A Christmas gift for atheists: Five reasons why God exists
By William Lane Craig
For atheists, Christmas is a religious sham. For if God does not exist, then obviously Jesus’ birth cannot represent the incarnation of God in human history, which Christians celebrate at this time of year.
However, most atheists, in my experience, have no good reasons for their disbelief. Rather they’ve learned to simply repeat the slogan, “There’s no good evidence for God’s existence!”
In the case of a Christian who has no good reasons for what he believes, this slogan serves as an effective conversation-stopper. But if we have good reasons for our beliefs, then this slogan serves rather as a conversation-starter. The good thing is that atheists tend to be very passionate people and want to believe in something.
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The atheist who merely repeats this slogan after having been presented with arguments for God’s existence makes an empty assertion.
So what reasons might be given in defense of Christian theism? In my publications and oral debates with some of the world’s most notable atheists, I’ve defended the following five reasons why God exists:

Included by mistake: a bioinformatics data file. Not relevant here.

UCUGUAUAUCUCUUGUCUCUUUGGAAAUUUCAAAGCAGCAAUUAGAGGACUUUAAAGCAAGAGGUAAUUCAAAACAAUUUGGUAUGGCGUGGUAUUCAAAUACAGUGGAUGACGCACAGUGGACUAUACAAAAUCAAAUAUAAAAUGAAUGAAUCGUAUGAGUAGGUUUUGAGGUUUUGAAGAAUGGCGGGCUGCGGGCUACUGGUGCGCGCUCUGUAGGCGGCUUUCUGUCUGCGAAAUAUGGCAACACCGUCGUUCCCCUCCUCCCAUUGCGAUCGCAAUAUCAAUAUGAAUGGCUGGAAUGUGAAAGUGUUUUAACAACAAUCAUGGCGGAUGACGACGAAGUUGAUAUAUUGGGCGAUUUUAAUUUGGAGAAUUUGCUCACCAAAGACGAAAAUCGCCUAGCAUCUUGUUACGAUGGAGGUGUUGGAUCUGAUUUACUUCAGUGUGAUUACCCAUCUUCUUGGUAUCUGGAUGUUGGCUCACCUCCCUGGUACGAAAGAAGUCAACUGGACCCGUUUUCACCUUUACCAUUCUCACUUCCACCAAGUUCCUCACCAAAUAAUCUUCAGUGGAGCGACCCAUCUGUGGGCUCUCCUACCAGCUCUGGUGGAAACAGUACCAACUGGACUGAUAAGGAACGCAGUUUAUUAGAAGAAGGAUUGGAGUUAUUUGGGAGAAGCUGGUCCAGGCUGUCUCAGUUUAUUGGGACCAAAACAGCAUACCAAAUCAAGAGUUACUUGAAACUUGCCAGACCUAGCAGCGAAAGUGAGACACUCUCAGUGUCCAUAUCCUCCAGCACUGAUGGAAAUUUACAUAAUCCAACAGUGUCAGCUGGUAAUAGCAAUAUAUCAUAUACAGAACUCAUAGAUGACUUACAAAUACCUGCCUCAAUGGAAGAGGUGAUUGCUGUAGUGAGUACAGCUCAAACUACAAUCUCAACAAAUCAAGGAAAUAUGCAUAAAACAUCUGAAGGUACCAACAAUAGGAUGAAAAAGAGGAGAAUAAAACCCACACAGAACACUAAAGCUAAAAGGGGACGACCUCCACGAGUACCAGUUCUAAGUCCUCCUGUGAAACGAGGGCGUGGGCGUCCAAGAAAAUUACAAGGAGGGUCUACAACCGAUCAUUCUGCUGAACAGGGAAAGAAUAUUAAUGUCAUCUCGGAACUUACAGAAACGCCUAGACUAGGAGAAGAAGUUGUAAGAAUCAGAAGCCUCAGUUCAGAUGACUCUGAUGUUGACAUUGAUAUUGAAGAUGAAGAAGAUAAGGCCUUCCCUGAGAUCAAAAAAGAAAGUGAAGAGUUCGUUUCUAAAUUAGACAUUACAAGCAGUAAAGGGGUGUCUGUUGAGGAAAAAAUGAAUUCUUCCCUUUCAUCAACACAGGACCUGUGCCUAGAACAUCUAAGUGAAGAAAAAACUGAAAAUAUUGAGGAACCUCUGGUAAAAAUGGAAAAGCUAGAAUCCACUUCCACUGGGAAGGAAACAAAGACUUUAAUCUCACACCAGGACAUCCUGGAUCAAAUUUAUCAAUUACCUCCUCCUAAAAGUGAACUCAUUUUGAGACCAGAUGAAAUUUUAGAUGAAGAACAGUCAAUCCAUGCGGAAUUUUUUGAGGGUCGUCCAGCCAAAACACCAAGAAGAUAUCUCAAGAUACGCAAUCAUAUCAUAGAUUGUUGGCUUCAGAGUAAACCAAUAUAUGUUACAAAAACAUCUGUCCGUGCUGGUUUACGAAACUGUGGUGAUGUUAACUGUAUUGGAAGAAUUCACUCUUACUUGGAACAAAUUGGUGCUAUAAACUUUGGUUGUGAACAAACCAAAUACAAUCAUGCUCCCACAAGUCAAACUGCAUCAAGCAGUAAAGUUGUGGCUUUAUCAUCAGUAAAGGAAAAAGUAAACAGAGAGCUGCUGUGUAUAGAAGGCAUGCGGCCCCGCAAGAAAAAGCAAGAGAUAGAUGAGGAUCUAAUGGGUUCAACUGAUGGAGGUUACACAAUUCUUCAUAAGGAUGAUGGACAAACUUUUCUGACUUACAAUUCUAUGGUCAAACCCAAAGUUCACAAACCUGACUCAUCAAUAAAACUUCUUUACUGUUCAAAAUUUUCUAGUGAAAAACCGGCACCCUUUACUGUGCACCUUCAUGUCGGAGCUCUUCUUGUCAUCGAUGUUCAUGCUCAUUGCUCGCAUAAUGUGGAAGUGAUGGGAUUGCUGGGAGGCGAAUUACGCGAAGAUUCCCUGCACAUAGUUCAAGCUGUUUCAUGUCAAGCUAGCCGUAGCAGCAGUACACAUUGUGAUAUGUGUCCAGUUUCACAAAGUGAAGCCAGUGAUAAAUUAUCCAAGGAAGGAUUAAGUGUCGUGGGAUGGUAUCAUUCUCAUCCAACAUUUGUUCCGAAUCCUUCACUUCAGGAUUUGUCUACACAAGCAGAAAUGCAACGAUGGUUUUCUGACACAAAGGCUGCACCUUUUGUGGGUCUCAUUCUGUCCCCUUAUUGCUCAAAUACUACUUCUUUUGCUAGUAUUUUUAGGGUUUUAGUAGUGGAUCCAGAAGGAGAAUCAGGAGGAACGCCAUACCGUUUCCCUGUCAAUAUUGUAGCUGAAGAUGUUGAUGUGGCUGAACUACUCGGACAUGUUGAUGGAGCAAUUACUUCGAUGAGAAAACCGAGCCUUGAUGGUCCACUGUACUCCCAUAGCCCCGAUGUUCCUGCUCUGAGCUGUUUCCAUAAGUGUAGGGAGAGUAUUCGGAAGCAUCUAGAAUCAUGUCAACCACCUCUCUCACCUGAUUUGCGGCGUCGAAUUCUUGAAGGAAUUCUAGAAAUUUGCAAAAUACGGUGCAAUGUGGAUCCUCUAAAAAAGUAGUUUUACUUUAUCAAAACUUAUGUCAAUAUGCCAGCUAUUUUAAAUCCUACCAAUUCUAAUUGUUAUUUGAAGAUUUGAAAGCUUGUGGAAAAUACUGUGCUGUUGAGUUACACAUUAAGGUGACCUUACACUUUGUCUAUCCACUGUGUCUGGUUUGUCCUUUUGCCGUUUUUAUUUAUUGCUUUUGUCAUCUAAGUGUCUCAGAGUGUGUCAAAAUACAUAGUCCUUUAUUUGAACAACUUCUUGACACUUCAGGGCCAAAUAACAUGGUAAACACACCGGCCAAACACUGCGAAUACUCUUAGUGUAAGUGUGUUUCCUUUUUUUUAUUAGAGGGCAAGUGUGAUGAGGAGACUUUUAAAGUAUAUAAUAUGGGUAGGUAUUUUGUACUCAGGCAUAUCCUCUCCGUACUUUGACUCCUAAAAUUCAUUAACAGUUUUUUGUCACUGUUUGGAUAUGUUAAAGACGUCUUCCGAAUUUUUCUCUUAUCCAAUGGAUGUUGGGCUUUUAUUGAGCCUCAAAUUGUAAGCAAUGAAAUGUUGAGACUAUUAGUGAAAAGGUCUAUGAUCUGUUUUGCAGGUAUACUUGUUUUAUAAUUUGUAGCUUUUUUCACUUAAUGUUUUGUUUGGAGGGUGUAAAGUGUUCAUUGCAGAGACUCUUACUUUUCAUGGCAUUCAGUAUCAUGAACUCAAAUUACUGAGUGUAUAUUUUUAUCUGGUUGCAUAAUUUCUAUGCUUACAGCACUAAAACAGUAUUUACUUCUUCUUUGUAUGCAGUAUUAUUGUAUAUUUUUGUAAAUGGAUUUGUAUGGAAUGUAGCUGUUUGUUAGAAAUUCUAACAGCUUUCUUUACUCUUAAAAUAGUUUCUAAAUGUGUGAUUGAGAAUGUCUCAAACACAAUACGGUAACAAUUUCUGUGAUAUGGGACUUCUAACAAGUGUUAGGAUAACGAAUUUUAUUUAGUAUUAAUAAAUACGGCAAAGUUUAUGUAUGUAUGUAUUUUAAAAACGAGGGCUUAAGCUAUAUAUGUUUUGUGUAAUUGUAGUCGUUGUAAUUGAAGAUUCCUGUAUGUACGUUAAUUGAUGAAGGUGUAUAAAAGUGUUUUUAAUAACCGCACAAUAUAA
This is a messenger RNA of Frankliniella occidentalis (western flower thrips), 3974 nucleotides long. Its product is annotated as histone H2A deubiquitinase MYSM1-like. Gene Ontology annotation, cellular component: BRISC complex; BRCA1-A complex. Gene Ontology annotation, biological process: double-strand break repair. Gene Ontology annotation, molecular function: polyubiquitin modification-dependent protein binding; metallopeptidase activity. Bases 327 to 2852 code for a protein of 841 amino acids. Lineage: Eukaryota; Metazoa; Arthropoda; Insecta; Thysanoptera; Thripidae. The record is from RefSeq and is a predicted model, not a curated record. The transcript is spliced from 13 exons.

1. God provides the best explanation of the origin of the universe. Given the scientific evidence we have about our universe and its origins, and bolstered by arguments presented by philosophers for centuries, it is highly probable that the universe had an absolute beginning. Since the universe, like everything else, could not have merely popped into being without a cause, there must exist a transcendent reality beyond time and space that brought the universe into existence. This entity must therefore be enormously powerful. Only a transcendent, unembodied mind suitably fits that description.
2. God provides the best explanation for the fine-tuning of the universe. Contemporary physics has established that the universe is fine-tuned for the existence of intelligent, interactive life. That is to say, in order for intelligent, interactive life to exist, the fundamental constants and quantities of nature must fall into an incomprehensibly narrow life-permitting range. There are three competing explanations of this remarkable fine-tuning: physical necessity, chance, or design. The first two are highly implausible, given the independence of the fundamental constants and quantities from nature’s laws and the desperate maneuvers needed to save the hypothesis of chance. That leaves design as the best explanation…